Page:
German Chancellor Merkel hopeful on Europe summer travel even without vaccine

German Chancellor Angela Merkel attends a press conference after the informal EU summit and the EU-China summit in Berlin, Germany, Saturday, May 8, 2021. Merkel reiterated her stance that the shortage of vaccines worldwide would not be solved by a waiver of patents, as suggested by U.S. President Biden. (John MacDougall/ AP)

 Europeans can look forward to traveling this summer, if coronavirus cases keep declining further on the continent, German Chancellor Angela Merkel said Saturday.

While the European Union is developing a vaccine certificate valid throughout the 27-nation bloc, summer vacations abroad should be possible again even for people who haven’t had their shots against the coronavirus, she said.

“If you look at the low incidence (of COVID-19) that some of our European partner countries already have,…then I’m very hopeful that we can also generally afford to do what was possible last summer, too,” Merkel said.

She cited the sharp drop in COVID-19 cases in Portugal in recent months after the country imposed a drastic lockdown.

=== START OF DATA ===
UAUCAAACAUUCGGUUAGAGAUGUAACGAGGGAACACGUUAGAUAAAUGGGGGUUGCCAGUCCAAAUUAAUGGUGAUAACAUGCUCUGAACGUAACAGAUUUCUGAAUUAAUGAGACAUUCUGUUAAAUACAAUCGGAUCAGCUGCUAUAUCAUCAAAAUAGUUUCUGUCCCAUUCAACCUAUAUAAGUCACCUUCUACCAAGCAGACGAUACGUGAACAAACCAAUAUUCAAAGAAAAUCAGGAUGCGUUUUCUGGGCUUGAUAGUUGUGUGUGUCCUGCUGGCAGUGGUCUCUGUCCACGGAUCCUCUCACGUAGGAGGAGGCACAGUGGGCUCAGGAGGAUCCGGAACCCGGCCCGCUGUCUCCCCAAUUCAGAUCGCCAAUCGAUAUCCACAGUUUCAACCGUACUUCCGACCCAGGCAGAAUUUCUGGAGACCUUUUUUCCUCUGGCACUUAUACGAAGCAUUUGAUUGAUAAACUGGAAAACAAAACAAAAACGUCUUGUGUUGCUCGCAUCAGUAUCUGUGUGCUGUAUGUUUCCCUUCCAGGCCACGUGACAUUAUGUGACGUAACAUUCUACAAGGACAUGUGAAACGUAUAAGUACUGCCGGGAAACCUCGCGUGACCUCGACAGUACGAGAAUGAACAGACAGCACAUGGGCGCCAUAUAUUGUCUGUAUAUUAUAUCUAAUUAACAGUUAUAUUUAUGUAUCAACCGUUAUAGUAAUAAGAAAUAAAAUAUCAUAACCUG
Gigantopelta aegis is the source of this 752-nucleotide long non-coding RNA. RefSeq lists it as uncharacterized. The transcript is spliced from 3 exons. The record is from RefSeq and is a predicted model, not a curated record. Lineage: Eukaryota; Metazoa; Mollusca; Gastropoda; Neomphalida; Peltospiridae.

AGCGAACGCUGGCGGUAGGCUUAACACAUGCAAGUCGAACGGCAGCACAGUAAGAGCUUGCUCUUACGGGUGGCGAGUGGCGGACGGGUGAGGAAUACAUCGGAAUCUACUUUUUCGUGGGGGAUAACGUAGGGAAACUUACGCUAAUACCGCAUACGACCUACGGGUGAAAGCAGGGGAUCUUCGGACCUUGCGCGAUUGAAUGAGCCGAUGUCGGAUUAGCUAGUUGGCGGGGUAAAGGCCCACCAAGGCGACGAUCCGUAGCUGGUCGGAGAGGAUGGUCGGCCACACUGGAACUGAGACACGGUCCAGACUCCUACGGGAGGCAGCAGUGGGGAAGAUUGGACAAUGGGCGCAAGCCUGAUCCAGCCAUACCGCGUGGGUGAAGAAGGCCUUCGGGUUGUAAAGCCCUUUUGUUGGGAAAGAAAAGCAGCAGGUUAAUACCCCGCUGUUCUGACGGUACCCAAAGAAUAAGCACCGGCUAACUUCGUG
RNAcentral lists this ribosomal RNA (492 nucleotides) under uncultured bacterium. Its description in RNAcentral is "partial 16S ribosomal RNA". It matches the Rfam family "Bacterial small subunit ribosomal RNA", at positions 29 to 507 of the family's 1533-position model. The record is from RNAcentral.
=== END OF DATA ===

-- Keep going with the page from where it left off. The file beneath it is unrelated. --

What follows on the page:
Portugal had one of the highest infection rates worldwide in January, but by Friday the seven-day rolling average of daily new cases stood at 3.3 per 100,000 inhabitants – about a quarter of the rate in the United States.

Merkel said that Germany also appears to have broken its most recent outbreak.

“Step by step, more will be possible in Germany, too, wherever the incidence drops, and that will hopefully be the case for all of Europe,” she said.

Merkel spoke to reporters in Berlin, from where she took part remotely in a two-day EU summit that discussed, among other issues, the effort to develop a “green certificate” that would facilitate travel across the region this summer. Even if case numbers drop, some countries will likely impose restrictions – such as mandatory testing and quarantine – for travelers who can’t prove they’ve been vaccinated or recovered from infection.

EU leaders discussed the technical requirements for such a certificate, which would record a person’s vaccine status, and outstanding questions about how to treat people who received vaccines that weren’t approved for use in the bloc.

The president of the European Commission, Ursula von der Leyen, said Saturday that the certificate was on track to be launched in June.

So far, about 30% of adults in the EU have received at least one dose of a coronavirus vaccine.


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